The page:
Bochar Ba joined us to read a tribute to World War II veterans from Senegal.
Dick Epstein, organizer of the Memorial Day Writers’ Project read his poem, “Polished Stone,” and a Clyde Wray poem, “I want to write.”
James W Stewart (aka Tanker) from Oklahoma, sang several songs by Woody Guthrie, Hank Williams, and Johnny Cash: “Deep in the Heart of Taxes,” “Folsom Prison Blues,” “Me and Bobby McGee” by Janis Joplin, and many others–on his 100-year-old guitar.
Gerald Ney from Philadelphia read “In Memory of Skip,” about 1st Lt. Skip Renshaw who was killed on Easter Sunday 1969. “On the Road to Ollie,” told of a jeep ride to LZ English on Hwy 1; “Christmas Eve at Shitfield Tower,” about a night as a perimeter duty officer on the edge of LZ English’s airfield, and “Dealing with Nam Anew,” by Isaac (Ike) Richard Jones. And others.
War stories. Everyone’s war was different, but the commonalities bring us together.
My appearances were spread throughout the day. I–former Lt. Richard Morris, A Co. 2nd Bn. 5th Cavalry 1st Cavalry Division, 1967-68, sang songs from my Skytroopers CD—songs I wrote in Vietnam (Click on “Skytroopers CD” above and listen to samples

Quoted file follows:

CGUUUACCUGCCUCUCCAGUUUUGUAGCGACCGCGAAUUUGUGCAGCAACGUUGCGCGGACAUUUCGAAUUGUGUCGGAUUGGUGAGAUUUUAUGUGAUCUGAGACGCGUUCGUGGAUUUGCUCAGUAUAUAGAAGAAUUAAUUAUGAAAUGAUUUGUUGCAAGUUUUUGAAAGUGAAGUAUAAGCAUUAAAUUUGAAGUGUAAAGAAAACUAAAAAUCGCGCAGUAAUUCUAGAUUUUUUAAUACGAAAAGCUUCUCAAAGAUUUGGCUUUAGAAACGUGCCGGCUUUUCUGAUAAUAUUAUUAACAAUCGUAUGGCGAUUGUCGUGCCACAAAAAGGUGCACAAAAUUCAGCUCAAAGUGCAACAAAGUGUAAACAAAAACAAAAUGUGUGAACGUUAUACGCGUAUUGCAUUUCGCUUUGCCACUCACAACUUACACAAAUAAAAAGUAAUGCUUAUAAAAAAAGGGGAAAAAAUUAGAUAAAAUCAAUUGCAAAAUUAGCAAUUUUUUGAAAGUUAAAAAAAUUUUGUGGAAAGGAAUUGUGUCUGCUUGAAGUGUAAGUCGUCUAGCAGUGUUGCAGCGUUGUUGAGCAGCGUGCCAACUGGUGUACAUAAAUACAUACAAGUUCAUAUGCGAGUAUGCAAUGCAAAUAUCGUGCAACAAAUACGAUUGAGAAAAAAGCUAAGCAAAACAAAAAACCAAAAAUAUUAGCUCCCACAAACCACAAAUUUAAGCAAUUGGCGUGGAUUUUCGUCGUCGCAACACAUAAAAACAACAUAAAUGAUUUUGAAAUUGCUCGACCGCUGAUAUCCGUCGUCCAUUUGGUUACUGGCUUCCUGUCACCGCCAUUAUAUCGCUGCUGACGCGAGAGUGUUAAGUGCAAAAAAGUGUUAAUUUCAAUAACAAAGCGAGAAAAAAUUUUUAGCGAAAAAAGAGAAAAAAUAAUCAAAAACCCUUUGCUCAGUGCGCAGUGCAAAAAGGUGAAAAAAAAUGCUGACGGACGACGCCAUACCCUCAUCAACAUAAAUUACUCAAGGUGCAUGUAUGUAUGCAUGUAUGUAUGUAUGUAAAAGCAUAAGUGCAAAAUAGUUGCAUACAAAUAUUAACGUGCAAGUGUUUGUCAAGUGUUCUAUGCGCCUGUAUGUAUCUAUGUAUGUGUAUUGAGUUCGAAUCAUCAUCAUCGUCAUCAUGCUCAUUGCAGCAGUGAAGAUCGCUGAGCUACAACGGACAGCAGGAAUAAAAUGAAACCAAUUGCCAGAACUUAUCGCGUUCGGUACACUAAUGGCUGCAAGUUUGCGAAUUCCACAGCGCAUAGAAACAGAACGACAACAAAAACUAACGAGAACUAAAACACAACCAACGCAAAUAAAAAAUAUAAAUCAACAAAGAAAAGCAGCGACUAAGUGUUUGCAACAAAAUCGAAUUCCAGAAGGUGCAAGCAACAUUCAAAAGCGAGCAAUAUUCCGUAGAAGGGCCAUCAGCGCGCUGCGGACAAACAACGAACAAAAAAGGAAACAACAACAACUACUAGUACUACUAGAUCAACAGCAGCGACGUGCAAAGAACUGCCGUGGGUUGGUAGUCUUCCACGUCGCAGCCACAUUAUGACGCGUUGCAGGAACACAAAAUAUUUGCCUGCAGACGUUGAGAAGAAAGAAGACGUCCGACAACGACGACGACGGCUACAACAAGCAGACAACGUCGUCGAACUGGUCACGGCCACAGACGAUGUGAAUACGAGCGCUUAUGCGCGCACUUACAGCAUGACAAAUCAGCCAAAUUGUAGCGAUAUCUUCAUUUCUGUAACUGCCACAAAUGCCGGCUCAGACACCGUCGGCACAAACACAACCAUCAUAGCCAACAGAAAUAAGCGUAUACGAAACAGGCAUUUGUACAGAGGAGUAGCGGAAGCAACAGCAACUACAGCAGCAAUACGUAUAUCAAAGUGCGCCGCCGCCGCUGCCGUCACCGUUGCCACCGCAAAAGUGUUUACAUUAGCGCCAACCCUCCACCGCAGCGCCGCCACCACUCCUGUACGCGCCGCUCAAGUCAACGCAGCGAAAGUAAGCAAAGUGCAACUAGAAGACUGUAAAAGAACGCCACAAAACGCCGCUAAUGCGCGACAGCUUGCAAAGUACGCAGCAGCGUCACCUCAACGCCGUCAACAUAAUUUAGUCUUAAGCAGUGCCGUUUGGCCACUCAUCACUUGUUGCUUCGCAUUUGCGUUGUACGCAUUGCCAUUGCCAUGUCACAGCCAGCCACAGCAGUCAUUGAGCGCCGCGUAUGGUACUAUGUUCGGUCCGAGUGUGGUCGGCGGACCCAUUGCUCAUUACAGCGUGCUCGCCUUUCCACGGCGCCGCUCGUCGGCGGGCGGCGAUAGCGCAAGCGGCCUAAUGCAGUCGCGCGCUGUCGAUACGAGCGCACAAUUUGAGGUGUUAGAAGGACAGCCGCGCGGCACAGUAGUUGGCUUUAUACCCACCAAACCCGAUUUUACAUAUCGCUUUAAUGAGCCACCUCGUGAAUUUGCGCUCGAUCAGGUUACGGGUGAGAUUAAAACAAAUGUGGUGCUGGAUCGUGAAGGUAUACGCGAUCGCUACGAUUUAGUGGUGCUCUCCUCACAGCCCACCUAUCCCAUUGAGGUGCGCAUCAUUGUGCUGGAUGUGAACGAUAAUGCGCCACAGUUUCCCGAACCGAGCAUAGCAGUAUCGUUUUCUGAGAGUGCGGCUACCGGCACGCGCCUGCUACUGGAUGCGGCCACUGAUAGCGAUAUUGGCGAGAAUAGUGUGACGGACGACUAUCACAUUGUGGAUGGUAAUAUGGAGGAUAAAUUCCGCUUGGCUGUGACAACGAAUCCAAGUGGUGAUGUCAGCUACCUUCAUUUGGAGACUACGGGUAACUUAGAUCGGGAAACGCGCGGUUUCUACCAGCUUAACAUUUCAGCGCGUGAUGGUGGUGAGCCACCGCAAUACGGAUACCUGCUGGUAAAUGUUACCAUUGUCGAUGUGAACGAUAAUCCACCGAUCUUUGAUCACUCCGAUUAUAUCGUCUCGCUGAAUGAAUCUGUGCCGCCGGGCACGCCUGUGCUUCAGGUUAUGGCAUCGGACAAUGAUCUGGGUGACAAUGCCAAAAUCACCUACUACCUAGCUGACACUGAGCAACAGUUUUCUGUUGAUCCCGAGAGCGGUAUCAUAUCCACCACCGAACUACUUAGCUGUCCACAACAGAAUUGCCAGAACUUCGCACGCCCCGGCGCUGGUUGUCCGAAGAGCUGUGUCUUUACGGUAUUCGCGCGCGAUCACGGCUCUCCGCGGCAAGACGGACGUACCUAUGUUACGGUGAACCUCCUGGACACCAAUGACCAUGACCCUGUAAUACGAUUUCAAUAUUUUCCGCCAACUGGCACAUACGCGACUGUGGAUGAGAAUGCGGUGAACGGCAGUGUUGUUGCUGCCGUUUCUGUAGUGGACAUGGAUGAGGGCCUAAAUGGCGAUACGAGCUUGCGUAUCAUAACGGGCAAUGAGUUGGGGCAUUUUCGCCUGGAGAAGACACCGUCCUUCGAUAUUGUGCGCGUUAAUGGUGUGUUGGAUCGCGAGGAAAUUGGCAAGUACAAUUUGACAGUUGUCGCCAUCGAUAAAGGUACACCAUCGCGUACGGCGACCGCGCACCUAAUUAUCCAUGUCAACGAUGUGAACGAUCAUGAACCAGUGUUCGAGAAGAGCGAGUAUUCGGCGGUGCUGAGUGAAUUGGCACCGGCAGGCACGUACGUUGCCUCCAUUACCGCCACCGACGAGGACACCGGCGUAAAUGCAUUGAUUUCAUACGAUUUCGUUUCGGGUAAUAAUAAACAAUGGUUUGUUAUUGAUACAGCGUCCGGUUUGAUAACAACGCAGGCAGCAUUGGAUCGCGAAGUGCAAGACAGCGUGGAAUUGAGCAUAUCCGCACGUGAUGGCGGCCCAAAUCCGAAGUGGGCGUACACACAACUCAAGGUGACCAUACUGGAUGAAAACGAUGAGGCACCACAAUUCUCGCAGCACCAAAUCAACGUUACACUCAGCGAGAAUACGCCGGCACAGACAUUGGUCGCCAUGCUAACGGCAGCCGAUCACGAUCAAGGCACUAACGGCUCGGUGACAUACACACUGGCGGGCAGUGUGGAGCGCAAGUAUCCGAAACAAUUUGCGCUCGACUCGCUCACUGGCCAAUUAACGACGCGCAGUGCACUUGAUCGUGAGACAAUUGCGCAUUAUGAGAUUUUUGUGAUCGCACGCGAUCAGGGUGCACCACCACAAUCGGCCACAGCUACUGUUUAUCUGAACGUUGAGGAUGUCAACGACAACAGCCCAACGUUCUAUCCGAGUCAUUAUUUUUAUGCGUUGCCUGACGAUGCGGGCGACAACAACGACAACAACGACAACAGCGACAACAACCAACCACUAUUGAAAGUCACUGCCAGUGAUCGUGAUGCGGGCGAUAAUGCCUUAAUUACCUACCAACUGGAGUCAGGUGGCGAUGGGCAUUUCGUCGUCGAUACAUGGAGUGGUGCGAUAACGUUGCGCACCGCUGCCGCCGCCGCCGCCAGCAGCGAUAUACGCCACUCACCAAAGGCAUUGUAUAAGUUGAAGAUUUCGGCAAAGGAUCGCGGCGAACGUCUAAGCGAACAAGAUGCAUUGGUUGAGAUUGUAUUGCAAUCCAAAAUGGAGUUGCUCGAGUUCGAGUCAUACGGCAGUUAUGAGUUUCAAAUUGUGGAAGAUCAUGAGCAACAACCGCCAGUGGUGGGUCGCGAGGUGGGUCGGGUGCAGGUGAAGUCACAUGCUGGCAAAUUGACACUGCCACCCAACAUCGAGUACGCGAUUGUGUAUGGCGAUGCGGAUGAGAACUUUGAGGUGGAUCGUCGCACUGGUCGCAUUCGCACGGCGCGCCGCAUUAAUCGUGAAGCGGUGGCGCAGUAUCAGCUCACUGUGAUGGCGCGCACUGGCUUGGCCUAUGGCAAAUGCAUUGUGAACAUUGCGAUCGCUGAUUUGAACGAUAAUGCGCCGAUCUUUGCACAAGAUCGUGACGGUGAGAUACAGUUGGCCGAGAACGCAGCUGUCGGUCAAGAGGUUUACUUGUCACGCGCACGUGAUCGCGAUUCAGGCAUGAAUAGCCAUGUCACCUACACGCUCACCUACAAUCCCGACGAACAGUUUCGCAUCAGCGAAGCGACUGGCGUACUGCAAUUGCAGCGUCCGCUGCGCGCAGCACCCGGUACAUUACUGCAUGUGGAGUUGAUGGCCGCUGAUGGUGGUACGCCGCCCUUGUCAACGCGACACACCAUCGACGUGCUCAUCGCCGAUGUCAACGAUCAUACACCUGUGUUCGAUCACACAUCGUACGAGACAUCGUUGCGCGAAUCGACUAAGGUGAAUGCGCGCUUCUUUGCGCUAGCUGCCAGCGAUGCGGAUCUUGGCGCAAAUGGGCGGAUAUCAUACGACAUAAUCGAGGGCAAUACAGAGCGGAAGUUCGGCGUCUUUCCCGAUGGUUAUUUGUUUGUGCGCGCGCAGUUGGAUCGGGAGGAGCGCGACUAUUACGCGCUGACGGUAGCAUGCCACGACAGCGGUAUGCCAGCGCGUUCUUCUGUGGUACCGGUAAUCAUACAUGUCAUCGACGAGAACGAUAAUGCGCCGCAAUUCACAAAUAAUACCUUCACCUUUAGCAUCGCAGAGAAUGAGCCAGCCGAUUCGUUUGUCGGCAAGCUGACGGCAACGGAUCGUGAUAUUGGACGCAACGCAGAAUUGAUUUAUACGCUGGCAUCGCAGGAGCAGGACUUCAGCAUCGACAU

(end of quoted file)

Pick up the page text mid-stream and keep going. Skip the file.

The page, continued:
of the songs at www.cdbaby.com/richardmorris). “Bong Son Bridge” is an upbeat song with trucker beat about guarding a bridge, “Chanh Giao Cave,” about laying siege to seventy-four NVA soldiers in a rockpile on a hillside for thirteen days, and “The Ballad Of John Wesley,” about a heroic black soldier in C Co. 2nd Bn. 5th Cavalry 1st Cavalry Division 1967, who volunteered to be point man (first man in the patrol) for an entire year and killed eleven enemy soldiers. I wrote these songs when I was a hawk fighting to prevent the advance of Communism. (Now, the Chinese Communist-Capitalists seem to be making most of the products I buy. They’re our second biggest trading partner, and their central bank has bought so many U.S. Treasury securities that in 2009 we owed it about three quarters of a trillion dollars. Go figure, as they say.)
I also read passages from my Vietnam War satire, Cologne No. 10 For Men. One was about counting bodies of dead enemy soldiers after a harrowing night ambush. Body counts were how we kept score in the war and were used to calculate kill ratios. Ten to one was considered good.